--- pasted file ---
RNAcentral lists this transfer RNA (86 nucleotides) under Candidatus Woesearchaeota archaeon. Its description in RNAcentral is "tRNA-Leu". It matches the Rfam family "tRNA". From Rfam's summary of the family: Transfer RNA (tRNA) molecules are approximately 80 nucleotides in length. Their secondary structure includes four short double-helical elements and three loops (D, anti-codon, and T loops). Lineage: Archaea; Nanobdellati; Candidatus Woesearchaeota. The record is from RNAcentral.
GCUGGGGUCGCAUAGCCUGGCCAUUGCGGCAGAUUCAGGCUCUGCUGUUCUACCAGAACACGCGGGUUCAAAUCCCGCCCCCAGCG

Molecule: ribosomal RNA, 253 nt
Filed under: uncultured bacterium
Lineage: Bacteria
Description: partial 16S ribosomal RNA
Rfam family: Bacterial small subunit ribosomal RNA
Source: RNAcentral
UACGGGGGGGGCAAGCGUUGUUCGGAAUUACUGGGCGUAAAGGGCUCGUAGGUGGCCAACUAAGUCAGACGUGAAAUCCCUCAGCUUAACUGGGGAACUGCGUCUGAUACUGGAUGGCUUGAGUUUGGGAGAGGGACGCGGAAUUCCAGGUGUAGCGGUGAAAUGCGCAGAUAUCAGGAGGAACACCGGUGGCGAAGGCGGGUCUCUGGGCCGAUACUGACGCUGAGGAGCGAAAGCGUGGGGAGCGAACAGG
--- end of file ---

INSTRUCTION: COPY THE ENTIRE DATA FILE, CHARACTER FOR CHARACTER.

RNAcentral lists this transfer RNA (86 nucleotides) under Candidatus Woesearchaeota archaeon. Its description in RNAcentral is "tRNA-Leu". It matches the Rfam family "tRNA". From Rfam's summary of the family: Transfer RNA (tRNA) molecules are approximately 80 nucleotides in length. Their secondary structure includes four short double-helical elements and three loops (D, anti-codon, and T loops). Lineage: Archaea; Nanobdellati; Candidatus Woesearchaeota. The record is from RNAcentral.
GCUGGGGUCGCAUAGCCUGGCCAUUGCGGCAGAUUCAGGCUCUGCUGUUCUACCAGAACACGCGGGUUCAAAUCCCGCCCCCAGCG

Molecule: ribosomal RNA, 253 nt
Filed under: uncultured bacterium
Lineage: Bacteria
Description: partial 16S ribosomal RNA
Rfam family: Bacterial small subunit ribosomal RNA
Source: RNAcentral
UACGGGGGGGGCAAGCGUUGUUCGGAAUUACUGGGCGUAAAGGGCUCGUAGGUGGCCAACUAAGUCAGACGUGAAAUCCCUCAGCUUAACUGGGGAACUGCGUCUGAUACUGGAUGGCUUGAGUUUGGGAGAGGGACGCGGAAUUCCAGGUGUAGCGGUGAAAUGCGCAGAUAUCAGGAGGAACACCGGUGGCGAAGGCGGGUCUCUGGGCCGAUACUGACGCUGAGGAGCGAAAGCGUGGGGAGCGAACAGG